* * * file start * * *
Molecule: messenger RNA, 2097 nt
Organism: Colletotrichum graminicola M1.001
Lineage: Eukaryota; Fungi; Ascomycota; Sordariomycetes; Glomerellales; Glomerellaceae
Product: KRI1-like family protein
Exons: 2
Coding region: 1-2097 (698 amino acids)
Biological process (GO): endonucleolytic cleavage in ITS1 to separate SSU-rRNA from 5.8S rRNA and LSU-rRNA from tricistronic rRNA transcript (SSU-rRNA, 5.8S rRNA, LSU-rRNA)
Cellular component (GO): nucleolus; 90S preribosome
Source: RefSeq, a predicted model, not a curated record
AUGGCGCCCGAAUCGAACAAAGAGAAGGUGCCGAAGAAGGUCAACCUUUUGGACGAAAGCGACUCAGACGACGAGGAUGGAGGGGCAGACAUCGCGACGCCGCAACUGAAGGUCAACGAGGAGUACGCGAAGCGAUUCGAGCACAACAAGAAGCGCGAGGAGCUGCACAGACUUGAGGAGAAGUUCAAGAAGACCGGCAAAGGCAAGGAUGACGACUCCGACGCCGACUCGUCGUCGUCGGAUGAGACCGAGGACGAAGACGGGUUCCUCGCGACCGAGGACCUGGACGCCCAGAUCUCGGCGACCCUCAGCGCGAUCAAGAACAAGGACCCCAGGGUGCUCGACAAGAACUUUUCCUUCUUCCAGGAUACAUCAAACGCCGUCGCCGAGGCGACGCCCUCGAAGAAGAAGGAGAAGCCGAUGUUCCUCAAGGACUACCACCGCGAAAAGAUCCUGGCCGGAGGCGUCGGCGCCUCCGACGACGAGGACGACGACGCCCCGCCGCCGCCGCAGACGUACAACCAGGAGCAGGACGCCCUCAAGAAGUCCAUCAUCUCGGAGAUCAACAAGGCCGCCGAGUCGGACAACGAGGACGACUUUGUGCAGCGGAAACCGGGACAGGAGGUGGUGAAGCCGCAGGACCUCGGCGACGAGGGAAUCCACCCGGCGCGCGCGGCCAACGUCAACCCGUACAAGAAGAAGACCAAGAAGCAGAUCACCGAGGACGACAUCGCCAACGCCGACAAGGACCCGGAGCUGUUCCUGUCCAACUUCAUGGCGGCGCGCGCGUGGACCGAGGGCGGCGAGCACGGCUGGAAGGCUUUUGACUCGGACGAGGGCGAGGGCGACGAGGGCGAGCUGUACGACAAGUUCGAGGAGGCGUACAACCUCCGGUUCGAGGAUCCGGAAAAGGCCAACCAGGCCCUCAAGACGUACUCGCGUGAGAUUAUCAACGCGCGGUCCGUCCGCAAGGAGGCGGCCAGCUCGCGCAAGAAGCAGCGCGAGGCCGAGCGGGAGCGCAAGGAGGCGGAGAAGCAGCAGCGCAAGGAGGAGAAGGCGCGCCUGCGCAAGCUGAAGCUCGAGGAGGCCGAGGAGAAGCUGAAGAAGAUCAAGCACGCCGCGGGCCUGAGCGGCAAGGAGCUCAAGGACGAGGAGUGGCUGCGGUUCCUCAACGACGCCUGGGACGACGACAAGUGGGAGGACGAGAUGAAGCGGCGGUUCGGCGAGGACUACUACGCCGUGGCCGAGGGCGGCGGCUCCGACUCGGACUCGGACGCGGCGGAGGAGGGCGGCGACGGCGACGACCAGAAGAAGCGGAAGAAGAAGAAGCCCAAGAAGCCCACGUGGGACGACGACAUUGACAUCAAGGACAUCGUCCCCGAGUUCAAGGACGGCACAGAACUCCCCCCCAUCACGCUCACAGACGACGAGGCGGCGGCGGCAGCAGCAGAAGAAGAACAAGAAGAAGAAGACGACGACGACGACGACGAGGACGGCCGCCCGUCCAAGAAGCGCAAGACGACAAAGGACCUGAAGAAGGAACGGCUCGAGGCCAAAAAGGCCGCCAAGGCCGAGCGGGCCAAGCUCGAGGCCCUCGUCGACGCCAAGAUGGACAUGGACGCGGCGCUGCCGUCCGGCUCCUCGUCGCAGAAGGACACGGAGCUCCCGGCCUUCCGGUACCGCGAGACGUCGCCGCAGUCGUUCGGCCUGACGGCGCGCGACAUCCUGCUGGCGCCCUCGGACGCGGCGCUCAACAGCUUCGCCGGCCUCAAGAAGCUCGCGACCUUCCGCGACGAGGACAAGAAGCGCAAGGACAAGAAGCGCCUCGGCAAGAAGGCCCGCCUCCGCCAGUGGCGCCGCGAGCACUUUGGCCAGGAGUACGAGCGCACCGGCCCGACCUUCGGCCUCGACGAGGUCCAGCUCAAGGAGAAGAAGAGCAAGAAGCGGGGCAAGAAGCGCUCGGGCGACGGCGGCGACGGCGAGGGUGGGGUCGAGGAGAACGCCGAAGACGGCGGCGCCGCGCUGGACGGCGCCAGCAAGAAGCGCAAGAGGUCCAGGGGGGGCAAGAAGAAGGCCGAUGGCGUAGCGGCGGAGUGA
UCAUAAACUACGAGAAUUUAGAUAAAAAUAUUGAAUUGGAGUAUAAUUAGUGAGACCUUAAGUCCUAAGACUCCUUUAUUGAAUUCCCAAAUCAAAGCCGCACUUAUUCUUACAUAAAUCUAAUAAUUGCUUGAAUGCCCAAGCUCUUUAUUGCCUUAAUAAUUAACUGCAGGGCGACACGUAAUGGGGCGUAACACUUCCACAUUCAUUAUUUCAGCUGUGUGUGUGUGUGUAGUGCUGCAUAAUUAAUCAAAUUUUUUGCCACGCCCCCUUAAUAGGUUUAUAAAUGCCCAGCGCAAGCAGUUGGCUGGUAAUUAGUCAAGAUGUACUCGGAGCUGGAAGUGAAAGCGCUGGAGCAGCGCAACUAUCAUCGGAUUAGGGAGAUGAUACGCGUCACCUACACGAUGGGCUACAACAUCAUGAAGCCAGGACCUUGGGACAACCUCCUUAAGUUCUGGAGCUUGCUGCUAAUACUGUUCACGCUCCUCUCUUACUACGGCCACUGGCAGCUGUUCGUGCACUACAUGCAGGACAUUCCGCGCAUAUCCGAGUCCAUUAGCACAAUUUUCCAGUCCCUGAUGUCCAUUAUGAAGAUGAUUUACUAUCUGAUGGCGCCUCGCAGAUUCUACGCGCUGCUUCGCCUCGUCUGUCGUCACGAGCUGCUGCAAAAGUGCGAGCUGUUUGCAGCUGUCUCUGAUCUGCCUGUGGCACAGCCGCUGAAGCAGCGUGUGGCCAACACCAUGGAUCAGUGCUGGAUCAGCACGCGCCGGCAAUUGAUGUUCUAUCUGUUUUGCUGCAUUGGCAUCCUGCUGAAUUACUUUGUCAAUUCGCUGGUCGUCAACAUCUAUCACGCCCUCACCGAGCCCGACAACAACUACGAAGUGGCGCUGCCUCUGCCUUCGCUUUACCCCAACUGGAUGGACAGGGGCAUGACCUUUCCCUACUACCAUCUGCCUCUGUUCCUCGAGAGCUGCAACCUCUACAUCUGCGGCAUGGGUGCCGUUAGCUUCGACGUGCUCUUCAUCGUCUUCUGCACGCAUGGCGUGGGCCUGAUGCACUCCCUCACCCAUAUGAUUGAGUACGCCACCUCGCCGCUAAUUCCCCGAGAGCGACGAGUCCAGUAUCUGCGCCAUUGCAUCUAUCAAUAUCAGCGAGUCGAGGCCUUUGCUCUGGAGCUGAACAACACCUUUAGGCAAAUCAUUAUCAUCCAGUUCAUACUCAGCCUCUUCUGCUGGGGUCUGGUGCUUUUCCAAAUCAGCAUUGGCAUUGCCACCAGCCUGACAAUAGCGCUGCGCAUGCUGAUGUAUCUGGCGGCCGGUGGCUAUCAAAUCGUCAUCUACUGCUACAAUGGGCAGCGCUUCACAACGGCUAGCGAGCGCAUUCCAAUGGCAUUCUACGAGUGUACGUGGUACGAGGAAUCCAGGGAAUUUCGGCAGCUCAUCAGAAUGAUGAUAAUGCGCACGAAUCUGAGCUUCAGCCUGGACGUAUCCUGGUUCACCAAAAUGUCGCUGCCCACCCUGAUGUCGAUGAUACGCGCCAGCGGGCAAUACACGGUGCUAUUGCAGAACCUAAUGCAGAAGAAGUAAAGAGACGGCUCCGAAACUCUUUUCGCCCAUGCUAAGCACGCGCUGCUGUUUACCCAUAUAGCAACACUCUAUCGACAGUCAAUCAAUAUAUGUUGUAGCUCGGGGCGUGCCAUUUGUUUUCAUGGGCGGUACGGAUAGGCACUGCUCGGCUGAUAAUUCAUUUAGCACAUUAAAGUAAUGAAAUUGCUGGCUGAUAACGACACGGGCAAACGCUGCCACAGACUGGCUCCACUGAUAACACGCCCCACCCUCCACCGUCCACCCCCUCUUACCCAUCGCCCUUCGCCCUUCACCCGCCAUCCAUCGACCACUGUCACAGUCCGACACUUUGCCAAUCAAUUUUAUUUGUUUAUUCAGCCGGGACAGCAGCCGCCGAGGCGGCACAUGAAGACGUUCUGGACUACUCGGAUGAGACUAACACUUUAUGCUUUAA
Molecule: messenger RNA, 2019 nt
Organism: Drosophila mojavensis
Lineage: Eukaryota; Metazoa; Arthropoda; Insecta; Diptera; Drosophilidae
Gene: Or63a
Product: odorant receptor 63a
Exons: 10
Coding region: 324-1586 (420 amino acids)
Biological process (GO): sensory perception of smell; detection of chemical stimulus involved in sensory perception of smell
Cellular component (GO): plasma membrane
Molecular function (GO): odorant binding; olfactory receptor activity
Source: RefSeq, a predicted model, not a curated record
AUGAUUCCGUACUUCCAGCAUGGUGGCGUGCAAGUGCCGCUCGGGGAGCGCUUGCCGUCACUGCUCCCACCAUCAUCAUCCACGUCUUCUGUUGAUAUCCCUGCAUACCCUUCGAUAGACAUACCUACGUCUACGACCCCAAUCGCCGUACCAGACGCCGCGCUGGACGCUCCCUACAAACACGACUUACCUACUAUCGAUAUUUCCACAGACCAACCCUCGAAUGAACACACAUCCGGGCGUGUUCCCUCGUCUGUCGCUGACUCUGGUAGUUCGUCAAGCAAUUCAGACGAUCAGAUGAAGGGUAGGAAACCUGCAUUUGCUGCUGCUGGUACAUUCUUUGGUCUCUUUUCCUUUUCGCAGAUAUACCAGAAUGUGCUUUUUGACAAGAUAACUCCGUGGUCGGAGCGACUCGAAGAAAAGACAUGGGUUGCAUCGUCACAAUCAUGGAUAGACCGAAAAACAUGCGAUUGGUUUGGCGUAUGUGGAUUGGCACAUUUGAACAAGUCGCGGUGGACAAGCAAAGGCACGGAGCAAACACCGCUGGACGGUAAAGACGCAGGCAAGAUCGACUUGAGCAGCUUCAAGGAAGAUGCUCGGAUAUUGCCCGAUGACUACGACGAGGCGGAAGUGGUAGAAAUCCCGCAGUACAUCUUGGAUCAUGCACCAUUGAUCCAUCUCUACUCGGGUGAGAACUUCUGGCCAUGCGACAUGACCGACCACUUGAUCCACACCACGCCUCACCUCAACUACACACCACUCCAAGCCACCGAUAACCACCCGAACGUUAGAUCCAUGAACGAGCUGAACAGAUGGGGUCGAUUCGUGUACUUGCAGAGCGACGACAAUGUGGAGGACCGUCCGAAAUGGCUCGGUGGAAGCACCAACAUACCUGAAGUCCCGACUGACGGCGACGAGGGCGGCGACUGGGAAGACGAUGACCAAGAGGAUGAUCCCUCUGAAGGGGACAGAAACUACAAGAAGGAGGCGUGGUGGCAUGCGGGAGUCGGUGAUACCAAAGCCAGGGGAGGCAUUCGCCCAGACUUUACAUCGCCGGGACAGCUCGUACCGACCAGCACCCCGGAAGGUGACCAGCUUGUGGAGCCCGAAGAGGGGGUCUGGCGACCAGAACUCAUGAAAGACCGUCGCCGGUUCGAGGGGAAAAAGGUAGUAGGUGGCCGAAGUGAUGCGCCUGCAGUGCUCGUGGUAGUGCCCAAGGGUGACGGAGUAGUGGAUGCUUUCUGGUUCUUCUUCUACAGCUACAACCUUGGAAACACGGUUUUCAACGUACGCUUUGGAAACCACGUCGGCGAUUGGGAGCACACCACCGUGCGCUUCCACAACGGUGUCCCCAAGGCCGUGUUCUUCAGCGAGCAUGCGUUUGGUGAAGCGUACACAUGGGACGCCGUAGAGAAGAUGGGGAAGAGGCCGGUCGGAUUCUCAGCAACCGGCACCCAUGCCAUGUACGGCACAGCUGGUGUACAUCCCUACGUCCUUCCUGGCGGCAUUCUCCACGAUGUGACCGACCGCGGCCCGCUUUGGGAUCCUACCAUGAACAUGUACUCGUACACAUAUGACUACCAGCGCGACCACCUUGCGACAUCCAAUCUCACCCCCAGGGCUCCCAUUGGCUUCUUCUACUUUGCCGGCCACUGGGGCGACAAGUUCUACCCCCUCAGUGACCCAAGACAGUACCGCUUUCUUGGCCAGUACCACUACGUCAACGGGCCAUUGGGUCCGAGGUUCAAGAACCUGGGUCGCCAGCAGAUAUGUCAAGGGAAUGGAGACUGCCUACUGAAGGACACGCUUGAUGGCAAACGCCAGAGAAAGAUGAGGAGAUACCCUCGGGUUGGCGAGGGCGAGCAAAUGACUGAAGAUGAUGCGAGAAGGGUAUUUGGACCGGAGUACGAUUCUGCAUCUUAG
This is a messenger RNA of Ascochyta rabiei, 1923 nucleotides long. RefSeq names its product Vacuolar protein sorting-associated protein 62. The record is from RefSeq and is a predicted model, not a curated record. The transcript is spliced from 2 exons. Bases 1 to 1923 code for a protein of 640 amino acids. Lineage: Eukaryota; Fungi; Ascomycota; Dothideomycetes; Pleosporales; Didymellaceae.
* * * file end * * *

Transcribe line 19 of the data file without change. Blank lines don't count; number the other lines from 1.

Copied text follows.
Biological process (GO): sensory perception of smell; detection of chemical stimulus involved in sensory perception of smell